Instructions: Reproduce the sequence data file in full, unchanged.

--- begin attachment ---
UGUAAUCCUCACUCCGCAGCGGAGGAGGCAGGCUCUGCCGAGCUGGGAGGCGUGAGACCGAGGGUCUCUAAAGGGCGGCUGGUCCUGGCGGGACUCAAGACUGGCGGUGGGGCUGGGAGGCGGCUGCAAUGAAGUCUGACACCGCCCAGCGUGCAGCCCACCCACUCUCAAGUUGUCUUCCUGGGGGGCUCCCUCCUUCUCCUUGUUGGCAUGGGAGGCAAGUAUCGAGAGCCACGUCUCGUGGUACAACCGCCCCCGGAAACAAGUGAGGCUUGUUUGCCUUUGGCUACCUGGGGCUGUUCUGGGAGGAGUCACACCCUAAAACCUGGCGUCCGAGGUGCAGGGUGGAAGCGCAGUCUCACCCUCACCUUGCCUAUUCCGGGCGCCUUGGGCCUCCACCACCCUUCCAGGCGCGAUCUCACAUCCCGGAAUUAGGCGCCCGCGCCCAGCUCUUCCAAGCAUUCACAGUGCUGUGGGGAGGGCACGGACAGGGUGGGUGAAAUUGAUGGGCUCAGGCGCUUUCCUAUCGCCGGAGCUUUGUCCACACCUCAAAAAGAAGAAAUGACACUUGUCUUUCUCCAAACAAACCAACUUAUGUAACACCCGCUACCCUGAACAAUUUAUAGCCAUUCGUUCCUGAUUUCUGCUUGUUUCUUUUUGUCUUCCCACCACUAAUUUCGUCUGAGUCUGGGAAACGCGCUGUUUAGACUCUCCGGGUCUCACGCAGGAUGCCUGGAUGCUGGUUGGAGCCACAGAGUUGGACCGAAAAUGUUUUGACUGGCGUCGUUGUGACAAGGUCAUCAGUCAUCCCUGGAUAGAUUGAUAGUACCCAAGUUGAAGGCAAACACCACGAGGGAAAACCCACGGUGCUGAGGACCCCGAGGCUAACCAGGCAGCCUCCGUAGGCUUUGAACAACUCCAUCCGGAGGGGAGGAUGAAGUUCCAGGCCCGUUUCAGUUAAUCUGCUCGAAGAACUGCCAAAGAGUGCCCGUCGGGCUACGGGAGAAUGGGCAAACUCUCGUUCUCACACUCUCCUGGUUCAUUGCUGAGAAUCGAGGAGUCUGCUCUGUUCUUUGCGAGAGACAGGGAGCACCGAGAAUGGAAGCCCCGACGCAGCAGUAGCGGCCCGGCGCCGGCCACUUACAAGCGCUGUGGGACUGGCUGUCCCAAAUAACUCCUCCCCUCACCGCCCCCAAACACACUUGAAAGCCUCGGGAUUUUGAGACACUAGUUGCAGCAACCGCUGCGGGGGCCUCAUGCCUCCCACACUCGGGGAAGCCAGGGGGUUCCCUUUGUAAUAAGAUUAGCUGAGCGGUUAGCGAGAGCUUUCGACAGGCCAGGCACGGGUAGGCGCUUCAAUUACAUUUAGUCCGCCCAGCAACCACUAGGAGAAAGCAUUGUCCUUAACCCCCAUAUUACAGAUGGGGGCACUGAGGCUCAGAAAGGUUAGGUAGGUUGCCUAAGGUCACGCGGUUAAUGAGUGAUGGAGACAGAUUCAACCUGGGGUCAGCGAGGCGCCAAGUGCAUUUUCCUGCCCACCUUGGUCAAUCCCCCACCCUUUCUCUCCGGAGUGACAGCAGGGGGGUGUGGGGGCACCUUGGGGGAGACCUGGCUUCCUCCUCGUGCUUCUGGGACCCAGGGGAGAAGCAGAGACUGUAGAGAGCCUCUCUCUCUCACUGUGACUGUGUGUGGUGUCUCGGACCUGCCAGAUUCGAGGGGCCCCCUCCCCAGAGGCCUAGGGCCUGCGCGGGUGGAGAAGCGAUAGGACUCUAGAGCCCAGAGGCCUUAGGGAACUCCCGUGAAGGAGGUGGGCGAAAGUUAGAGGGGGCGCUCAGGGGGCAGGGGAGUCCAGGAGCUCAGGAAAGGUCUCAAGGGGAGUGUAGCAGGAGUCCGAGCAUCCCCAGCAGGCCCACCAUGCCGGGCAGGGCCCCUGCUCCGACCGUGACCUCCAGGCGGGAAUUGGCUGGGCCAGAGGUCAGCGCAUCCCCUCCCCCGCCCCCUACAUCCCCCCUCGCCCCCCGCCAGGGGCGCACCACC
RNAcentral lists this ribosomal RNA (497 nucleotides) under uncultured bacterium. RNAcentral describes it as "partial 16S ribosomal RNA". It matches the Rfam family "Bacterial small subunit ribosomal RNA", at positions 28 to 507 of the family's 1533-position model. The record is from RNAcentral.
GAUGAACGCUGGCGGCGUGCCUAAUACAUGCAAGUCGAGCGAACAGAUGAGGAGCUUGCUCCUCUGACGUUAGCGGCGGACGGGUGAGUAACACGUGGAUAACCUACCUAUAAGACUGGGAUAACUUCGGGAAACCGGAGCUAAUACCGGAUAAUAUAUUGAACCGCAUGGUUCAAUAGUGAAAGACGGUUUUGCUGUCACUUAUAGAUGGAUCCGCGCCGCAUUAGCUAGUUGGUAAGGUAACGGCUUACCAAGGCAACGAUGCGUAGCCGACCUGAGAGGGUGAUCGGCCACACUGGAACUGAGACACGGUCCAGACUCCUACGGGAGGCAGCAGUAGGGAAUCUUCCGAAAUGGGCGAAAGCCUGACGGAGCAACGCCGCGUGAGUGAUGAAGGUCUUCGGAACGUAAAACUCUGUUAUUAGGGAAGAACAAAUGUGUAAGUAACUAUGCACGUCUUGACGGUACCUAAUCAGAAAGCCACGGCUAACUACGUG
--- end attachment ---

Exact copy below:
UGUAAUCCUCACUCCGCAGCGGAGGAGGCAGGCUCUGCCGAGCUGGGAGGCGUGAGACCGAGGGUCUCUAAAGGGCGGCUGGUCCUGGCGGGACUCAAGACUGGCGGUGGGGCUGGGAGGCGGCUGCAAUGAAGUCUGACACCGCCCAGCGUGCAGCCCACCCACUCUCAAGUUGUCUUCCUGGGGGGCUCCCUCCUUCUCCUUGUUGGCAUGGGAGGCAAGUAUCGAGAGCCACGUCUCGUGGUACAACCGCCCCCGGAAACAAGUGAGGCUUGUUUGCCUUUGGCUACCUGGGGCUGUUCUGGGAGGAGUCACACCCUAAAACCUGGCGUCCGAGGUGCAGGGUGGAAGCGCAGUCUCACCCUCACCUUGCCUAUUCCGGGCGCCUUGGGCCUCCACCACCCUUCCAGGCGCGAUCUCACAUCCCGGAAUUAGGCGCCCGCGCCCAGCUCUUCCAAGCAUUCACAGUGCUGUGGGGAGGGCACGGACAGGGUGGGUGAAAUUGAUGGGCUCAGGCGCUUUCCUAUCGCCGGAGCUUUGUCCACACCUCAAAAAGAAGAAAUGACACUUGUCUUUCUCCAAACAAACCAACUUAUGUAACACCCGCUACCCUGAACAAUUUAUAGCCAUUCGUUCCUGAUUUCUGCUUGUUUCUUUUUGUCUUCCCACCACUAAUUUCGUCUGAGUCUGGGAAACGCGCUGUUUAGACUCUCCGGGUCUCACGCAGGAUGCCUGGAUGCUGGUUGGAGCCACAGAGUUGGACCGAAAAUGUUUUGACUGGCGUCGUUGUGACAAGGUCAUCAGUCAUCCCUGGAUAGAUUGAUAGUACCCAAGUUGAAGGCAAACACCACGAGGGAAAACCCACGGUGCUGAGGACCCCGAGGCUAACCAGGCAGCCUCCGUAGGCUUUGAACAACUCCAUCCGGAGGGGAGGAUGAAGUUCCAGGCCCGUUUCAGUUAAUCUGCUCGAAGAACUGCCAAAGAGUGCCCGUCGGGCUACGGGAGAAUGGGCAAACUCUCGUUCUCACACUCUCCUGGUUCAUUGCUGAGAAUCGAGGAGUCUGCUCUGUUCUUUGCGAGAGACAGGGAGCACCGAGAAUGGAAGCCCCGACGCAGCAGUAGCGGCCCGGCGCCGGCCACUUACAAGCGCUGUGGGACUGGCUGUCCCAAAUAACUCCUCCCCUCACCGCCCCCAAACACACUUGAAAGCCUCGGGAUUUUGAGACACUAGUUGCAGCAACCGCUGCGGGGGCCUCAUGCCUCCCACACUCGGGGAAGCCAGGGGGUUCCCUUUGUAAUAAGAUUAGCUGAGCGGUUAGCGAGAGCUUUCGACAGGCCAGGCACGGGUAGGCGCUUCAAUUACAUUUAGUCCGCCCAGCAACCACUAGGAGAAAGCAUUGUCCUUAACCCCCAUAUUACAGAUGGGGGCACUGAGGCUCAGAAAGGUUAGGUAGGUUGCCUAAGGUCACGCGGUUAAUGAGUGAUGGAGACAGAUUCAACCUGGGGUCAGCGAGGCGCCAAGUGCAUUUUCCUGCCCACCUUGGUCAAUCCCCCACCCUUUCUCUCCGGAGUGACAGCAGGGGGGUGUGGGGGCACCUUGGGGGAGACCUGGCUUCCUCCUCGUGCUUCUGGGACCCAGGGGAGAAGCAGAGACUGUAGAGAGCCUCUCUCUCUCACUGUGACUGUGUGUGGUGUCUCGGACCUGCCAGAUUCGAGGGGCCCCCUCCCCAGAGGCCUAGGGCCUGCGCGGGUGGAGAAGCGAUAGGACUCUAGAGCCCAGAGGCCUUAGGGAACUCCCGUGAAGGAGGUGGGCGAAAGUUAGAGGGGGCGCUCAGGGGGCAGGGGAGUCCAGGAGCUCAGGAAAGGUCUCAAGGGGAGUGUAGCAGGAGUCCGAGCAUCCCCAGCAGGCCCACCAUGCCGGGCAGGGCCCCUGCUCCGACCGUGACCUCCAGGCGGGAAUUGGCUGGGCCAGAGGUCAGCGCAUCCCCUCCCCCGCCCCCUACAUCCCCCCUCGCCCCCCGCCAGGGGCGCACCACC
RNAcentral lists this ribosomal RNA (497 nucleotides) under uncultured bacterium. RNAcentral describes it as "partial 16S ribosomal RNA". It matches the Rfam family "Bacterial small subunit ribosomal RNA", at positions 28 to 507 of the family's 1533-position model. The record is from RNAcentral.
GAUGAACGCUGGCGGCGUGCCUAAUACAUGCAAGUCGAGCGAACAGAUGAGGAGCUUGCUCCUCUGACGUUAGCGGCGGACGGGUGAGUAACACGUGGAUAACCUACCUAUAAGACUGGGAUAACUUCGGGAAACCGGAGCUAAUACCGGAUAAUAUAUUGAACCGCAUGGUUCAAUAGUGAAAGACGGUUUUGCUGUCACUUAUAGAUGGAUCCGCGCCGCAUUAGCUAGUUGGUAAGGUAACGGCUUACCAAGGCAACGAUGCGUAGCCGACCUGAGAGGGUGAUCGGCCACACUGGAACUGAGACACGGUCCAGACUCCUACGGGAGGCAGCAGUAGGGAAUCUUCCGAAAUGGGCGAAAGCCUGACGGAGCAACGCCGCGUGAGUGAUGAAGGUCUUCGGAACGUAAAACUCUGUUAUUAGGGAAGAACAAAUGUGUAAGUAACUAUGCACGUCUUGACGGUACCUAAUCAGAAAGCCACGGCUAACUACGUG